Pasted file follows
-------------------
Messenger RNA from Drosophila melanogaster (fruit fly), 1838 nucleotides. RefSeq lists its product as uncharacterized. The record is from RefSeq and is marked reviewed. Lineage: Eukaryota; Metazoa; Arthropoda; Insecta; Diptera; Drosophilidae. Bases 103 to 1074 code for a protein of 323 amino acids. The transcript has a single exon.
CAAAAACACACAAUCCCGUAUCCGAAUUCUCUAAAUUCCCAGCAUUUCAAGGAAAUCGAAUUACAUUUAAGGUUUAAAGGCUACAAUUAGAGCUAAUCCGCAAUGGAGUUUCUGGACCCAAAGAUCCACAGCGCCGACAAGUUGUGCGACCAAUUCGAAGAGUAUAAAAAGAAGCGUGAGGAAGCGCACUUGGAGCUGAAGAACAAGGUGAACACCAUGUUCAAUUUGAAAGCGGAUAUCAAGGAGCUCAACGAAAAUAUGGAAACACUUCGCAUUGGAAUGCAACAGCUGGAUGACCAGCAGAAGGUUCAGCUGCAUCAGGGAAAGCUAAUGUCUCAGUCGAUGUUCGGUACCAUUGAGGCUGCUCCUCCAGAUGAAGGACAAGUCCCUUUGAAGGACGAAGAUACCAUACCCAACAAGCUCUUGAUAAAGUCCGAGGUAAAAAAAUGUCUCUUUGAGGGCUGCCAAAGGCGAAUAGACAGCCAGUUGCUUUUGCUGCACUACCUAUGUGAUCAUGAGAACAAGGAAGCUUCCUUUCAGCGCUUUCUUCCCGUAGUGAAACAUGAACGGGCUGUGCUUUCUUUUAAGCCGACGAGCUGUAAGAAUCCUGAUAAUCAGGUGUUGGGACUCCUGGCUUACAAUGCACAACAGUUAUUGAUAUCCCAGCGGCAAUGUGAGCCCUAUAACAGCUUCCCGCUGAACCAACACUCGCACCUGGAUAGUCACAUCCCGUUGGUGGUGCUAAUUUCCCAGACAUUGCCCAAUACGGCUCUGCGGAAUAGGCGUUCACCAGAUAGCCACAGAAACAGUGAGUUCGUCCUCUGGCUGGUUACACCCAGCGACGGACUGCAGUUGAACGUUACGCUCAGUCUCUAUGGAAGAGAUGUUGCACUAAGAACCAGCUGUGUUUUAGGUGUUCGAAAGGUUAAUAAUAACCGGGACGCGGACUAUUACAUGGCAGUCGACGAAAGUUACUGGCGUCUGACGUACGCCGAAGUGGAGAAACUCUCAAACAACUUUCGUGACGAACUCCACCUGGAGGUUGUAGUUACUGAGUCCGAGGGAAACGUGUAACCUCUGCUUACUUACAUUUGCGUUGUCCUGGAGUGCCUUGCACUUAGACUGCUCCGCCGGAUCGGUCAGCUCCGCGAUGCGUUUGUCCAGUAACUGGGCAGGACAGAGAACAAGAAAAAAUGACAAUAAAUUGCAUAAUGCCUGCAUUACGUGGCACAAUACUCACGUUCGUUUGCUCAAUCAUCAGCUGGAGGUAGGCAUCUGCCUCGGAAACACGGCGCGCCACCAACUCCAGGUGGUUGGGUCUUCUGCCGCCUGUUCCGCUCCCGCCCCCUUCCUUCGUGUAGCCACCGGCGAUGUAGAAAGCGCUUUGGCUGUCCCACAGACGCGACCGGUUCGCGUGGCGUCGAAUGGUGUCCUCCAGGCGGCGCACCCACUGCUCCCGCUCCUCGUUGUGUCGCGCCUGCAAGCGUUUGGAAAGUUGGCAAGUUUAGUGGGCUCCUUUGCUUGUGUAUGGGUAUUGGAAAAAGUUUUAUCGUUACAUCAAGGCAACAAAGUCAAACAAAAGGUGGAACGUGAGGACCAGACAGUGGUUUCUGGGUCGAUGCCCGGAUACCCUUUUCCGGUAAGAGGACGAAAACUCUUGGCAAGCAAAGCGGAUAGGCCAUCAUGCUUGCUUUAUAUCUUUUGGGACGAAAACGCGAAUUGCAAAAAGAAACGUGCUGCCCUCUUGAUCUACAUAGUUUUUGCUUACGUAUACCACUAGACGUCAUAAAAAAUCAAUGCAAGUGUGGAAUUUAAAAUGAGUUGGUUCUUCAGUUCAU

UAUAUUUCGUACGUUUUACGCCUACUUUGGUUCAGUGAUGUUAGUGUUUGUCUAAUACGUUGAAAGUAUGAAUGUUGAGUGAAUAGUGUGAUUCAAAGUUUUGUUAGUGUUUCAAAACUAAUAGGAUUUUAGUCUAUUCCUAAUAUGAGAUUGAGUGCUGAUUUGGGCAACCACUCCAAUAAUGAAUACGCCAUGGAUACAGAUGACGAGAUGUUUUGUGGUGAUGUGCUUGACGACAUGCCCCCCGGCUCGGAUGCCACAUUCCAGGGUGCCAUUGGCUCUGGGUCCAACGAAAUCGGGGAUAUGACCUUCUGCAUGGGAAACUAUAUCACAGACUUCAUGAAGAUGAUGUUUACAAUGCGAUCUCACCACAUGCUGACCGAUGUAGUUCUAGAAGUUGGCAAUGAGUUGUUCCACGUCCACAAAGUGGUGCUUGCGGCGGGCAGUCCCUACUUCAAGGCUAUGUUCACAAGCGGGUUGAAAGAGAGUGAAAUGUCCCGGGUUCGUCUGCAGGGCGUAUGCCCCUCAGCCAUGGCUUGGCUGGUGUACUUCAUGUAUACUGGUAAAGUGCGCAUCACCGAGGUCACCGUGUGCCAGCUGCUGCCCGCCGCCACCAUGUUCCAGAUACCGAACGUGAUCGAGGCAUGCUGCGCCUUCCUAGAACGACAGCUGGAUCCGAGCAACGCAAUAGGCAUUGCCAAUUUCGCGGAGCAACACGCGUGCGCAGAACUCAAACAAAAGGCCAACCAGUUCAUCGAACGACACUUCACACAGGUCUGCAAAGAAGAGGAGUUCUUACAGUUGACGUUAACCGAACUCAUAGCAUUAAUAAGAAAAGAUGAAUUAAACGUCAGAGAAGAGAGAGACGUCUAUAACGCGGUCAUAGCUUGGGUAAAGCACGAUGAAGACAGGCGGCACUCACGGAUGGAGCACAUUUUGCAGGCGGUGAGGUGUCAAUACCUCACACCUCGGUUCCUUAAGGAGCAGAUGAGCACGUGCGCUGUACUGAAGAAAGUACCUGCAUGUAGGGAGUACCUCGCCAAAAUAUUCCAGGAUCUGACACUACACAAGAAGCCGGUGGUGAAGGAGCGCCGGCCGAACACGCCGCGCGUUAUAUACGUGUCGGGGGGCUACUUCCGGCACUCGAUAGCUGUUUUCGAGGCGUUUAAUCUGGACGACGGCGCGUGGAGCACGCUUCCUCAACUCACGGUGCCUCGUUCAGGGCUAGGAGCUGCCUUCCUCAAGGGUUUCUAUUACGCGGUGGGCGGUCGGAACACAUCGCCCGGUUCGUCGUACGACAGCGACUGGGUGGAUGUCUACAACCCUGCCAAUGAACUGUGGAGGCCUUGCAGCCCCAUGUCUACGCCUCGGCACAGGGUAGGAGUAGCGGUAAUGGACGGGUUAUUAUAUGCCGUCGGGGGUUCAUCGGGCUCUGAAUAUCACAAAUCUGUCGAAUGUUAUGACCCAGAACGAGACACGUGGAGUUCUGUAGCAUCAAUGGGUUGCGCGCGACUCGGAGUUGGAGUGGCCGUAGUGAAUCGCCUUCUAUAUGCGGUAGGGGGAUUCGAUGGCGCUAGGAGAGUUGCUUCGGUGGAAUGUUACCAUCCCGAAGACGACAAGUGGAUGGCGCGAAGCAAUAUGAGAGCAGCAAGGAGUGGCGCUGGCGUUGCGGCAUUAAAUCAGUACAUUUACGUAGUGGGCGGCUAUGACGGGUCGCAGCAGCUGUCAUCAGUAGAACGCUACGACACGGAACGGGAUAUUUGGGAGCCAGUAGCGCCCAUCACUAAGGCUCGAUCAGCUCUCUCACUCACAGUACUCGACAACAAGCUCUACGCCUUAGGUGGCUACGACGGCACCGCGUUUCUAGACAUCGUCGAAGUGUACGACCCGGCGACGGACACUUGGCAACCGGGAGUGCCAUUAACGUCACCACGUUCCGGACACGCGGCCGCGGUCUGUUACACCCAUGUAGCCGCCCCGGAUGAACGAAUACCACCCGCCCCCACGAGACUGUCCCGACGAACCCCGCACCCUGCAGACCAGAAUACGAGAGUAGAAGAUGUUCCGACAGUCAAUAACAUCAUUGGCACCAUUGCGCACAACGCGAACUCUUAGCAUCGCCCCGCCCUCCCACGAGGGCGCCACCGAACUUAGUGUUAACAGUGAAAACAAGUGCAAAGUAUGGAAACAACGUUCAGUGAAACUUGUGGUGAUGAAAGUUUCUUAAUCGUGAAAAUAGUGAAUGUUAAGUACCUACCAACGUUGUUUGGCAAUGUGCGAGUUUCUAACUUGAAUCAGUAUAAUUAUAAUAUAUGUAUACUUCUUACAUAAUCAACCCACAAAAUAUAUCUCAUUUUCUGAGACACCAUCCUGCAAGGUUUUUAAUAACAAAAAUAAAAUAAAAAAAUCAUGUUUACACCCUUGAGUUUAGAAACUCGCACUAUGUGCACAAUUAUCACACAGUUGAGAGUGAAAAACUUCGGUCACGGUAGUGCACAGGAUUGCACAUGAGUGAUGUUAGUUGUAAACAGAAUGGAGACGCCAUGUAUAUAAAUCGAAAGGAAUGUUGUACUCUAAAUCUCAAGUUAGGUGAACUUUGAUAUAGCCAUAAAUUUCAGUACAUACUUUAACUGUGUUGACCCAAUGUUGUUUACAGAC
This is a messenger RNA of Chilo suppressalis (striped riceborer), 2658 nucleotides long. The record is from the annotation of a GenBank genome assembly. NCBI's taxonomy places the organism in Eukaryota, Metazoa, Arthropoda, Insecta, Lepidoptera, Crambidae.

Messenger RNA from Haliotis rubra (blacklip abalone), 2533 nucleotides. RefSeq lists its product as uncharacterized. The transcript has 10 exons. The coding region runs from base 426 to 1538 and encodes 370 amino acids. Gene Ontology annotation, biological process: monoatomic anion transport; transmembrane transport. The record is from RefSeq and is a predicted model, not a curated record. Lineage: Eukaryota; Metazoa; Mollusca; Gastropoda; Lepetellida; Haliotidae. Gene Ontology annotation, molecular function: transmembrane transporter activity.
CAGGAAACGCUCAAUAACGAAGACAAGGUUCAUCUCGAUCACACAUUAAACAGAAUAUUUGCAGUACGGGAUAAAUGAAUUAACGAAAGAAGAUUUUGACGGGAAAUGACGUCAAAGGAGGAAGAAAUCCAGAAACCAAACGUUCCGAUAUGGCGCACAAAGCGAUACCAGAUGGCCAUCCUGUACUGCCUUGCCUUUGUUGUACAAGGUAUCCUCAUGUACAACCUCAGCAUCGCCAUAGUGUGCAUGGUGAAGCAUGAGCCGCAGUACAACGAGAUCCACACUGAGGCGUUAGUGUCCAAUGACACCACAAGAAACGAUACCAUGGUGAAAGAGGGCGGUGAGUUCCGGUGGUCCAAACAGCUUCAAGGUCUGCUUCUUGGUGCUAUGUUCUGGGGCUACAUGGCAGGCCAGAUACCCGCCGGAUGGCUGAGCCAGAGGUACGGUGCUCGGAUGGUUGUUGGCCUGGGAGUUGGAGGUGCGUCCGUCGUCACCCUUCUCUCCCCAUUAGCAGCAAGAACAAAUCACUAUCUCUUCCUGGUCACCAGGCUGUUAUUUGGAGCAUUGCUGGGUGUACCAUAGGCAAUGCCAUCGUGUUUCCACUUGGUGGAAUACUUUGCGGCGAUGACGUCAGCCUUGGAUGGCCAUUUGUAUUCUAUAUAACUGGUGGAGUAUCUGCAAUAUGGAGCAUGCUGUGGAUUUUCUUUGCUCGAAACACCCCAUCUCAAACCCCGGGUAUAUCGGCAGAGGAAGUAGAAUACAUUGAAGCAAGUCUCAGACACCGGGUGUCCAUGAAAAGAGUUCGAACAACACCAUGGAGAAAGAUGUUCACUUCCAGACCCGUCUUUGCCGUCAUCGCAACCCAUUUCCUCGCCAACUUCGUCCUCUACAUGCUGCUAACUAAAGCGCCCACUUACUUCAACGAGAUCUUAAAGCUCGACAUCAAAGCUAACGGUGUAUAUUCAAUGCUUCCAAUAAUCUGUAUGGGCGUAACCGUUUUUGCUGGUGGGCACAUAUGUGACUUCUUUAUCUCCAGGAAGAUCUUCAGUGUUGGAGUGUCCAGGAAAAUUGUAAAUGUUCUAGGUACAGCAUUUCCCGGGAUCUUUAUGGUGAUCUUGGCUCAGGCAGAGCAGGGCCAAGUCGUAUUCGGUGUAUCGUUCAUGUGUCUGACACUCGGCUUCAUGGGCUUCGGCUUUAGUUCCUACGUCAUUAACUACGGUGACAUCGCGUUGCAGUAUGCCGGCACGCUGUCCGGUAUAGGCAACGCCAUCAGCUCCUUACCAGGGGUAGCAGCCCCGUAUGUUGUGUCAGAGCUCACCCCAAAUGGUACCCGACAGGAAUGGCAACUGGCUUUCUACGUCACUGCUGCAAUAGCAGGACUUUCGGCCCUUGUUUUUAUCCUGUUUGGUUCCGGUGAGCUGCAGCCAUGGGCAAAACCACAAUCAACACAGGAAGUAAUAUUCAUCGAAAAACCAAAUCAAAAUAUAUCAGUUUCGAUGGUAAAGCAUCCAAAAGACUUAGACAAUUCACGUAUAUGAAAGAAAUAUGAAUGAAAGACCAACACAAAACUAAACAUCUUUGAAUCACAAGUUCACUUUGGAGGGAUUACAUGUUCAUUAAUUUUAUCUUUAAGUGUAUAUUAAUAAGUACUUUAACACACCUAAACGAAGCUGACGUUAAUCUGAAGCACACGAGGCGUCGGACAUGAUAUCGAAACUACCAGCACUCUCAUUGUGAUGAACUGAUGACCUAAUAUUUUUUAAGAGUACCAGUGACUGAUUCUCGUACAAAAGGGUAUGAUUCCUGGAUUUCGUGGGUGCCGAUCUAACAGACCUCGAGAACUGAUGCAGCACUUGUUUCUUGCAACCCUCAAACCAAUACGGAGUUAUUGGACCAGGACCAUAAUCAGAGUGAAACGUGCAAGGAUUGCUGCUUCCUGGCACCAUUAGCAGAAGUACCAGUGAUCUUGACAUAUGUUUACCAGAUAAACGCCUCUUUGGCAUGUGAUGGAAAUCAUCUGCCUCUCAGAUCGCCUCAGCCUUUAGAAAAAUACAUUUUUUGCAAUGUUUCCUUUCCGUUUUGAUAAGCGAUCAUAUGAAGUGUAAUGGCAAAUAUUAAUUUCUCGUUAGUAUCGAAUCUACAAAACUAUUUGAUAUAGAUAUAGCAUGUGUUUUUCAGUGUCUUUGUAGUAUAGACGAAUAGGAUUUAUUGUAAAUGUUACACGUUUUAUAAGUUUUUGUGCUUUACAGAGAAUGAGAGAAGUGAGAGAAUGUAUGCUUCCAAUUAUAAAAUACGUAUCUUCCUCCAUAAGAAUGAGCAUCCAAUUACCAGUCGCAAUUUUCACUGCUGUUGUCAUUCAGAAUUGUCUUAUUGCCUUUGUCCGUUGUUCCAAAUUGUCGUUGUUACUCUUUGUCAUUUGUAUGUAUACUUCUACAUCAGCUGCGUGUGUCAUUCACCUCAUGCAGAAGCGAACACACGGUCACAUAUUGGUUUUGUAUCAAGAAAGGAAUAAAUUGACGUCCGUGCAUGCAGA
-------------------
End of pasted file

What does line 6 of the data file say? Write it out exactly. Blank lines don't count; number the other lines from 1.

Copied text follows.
CAGGAAACGCUCAAUAACGAAGACAAGGUUCAUCUCGAUCACACAUUAAACAGAAUAUUUGCAGUACGGGAUAAAUGAAUUAACGAAAGAAGAUUUUGACGGGAAAUGACGUCAAAGGAGGAAGAAAUCCAGAAACCAAACGUUCCGAUAUGGCGCACAAAGCGAUACCAGAUGGCCAUCCUGUACUGCCUUGCCUUUGUUGUACAAGGUAUCCUCAUGUACAACCUCAGCAUCGCCAUAGUGUGCAUGGUGAAGCAUGAGCCGCAGUACAACGAGAUCCACACUGAGGCGUUAGUGUCCAAUGACACCACAAGAAACGAUACCAUGGUGAAAGAGGGCGGUGAGUUCCGGUGGUCCAAACAGCUUCAAGGUCUGCUUCUUGGUGCUAUGUUCUGGGGCUACAUGGCAGGCCAGAUACCCGCCGGAUGGCUGAGCCAGAGGUACGGUGCUCGGAUGGUUGUUGGCCUGGGAGUUGGAGGUGCGUCCGUCGUCACCCUUCUCUCCCCAUUAGCAGCAAGAACAAAUCACUAUCUCUUCCUGGUCACCAGGCUGUUAUUUGGAGCAUUGCUGGGUGUACCAUAGGCAAUGCCAUCGUGUUUCCACUUGGUGGAAUACUUUGCGGCGAUGACGUCAGCCUUGGAUGGCCAUUUGUAUUCUAUAUAACUGGUGGAGUAUCUGCAAUAUGGAGCAUGCUGUGGAUUUUCUUUGCUCGAAACACCCCAUCUCAAACCCCGGGUAUAUCGGCAGAGGAAGUAGAAUACAUUGAAGCAAGUCUCAGACACCGGGUGUCCAUGAAAAGAGUUCGAACAACACCAUGGAGAAAGAUGUUCACUUCCAGACCCGUCUUUGCCGUCAUCGCAACCCAUUUCCUCGCCAACUUCGUCCUCUACAUGCUGCUAACUAAAGCGCCCACUUACUUCAACGAGAUCUUAAAGCUCGACAUCAAAGCUAACGGUGUAUAUUCAAUGCUUCCAAUAAUCUGUAUGGGCGUAACCGUUUUUGCUGGUGGGCACAUAUGUGACUUCUUUAUCUCCAGGAAGAUCUUCAGUGUUGGAGUGUCCAGGAAAAUUGUAAAUGUUCUAGGUACAGCAUUUCCCGGGAUCUUUAUGGUGAUCUUGGCUCAGGCAGAGCAGGGCCAAGUCGUAUUCGGUGUAUCGUUCAUGUGUCUGACACUCGGCUUCAUGGGCUUCGGCUUUAGUUCCUACGUCAUUAACUACGGUGACAUCGCGUUGCAGUAUGCCGGCACGCUGUCCGGUAUAGGCAACGCCAUCAGCUCCUUACCAGGGGUAGCAGCCCCGUAUGUUGUGUCAGAGCUCACCCCAAAUGGUACCCGACAGGAAUGGCAACUGGCUUUCUACGUCACUGCUGCAAUAGCAGGACUUUCGGCCCUUGUUUUUAUCCUGUUUGGUUCCGGUGAGCUGCAGCCAUGGGCAAAACCACAAUCAACACAGGAAGUAAUAUUCAUCGAAAAACCAAAUCAAAAUAUAUCAGUUUCGAUGGUAAAGCAUCCAAAAGACUUAGACAAUUCACGUAUAUGAAAGAAAUAUGAAUGAAAGACCAACACAAAACUAAACAUCUUUGAAUCACAAGUUCACUUUGGAGGGAUUACAUGUUCAUUAAUUUUAUCUUUAAGUGUAUAUUAAUAAGUACUUUAACACACCUAAACGAAGCUGACGUUAAUCUGAAGCACACGAGGCGUCGGACAUGAUAUCGAAACUACCAGCACUCUCAUUGUGAUGAACUGAUGACCUAAUAUUUUUUAAGAGUACCAGUGACUGAUUCUCGUACAAAAGGGUAUGAUUCCUGGAUUUCGUGGGUGCCGAUCUAACAGACCUCGAGAACUGAUGCAGCACUUGUUUCUUGCAACCCUCAAACCAAUACGGAGUUAUUGGACCAGGACCAUAAUCAGAGUGAAACGUGCAAGGAUUGCUGCUUCCUGGCACCAUUAGCAGAAGUACCAGUGAUCUUGACAUAUGUUUACCAGAUAAACGCCUCUUUGGCAUGUGAUGGAAAUCAUCUGCCUCUCAGAUCGCCUCAGCCUUUAGAAAAAUACAUUUUUUGCAAUGUUUCCUUUCCGUUUUGAUAAGCGAUCAUAUGAAGUGUAAUGGCAAAUAUUAAUUUCUCGUUAGUAUCGAAUCUACAAAACUAUUUGAUAUAGAUAUAGCAUGUGUUUUUCAGUGUCUUUGUAGUAUAGACGAAUAGGAUUUAUUGUAAAUGUUACACGUUUUAUAAGUUUUUGUGCUUUACAGAGAAUGAGAGAAGUGAGAGAAUGUAUGCUUCCAAUUAUAAAAUACGUAUCUUCCUCCAUAAGAAUGAGCAUCCAAUUACCAGUCGCAAUUUUCACUGCUGUUGUCAUUCAGAAUUGUCUUAUUGCCUUUGUCCGUUGUUCCAAAUUGUCGUUGUUACUCUUUGUCAUUUGUAUGUAUACUUCUACAUCAGCUGCGUGUGUCAUUCACCUCAUGCAGAAGCGAACACACGGUCACAUAUUGGUUUUGUAUCAAGAAAGGAAUAAAUUGACGUCCGUGCAUGCAGA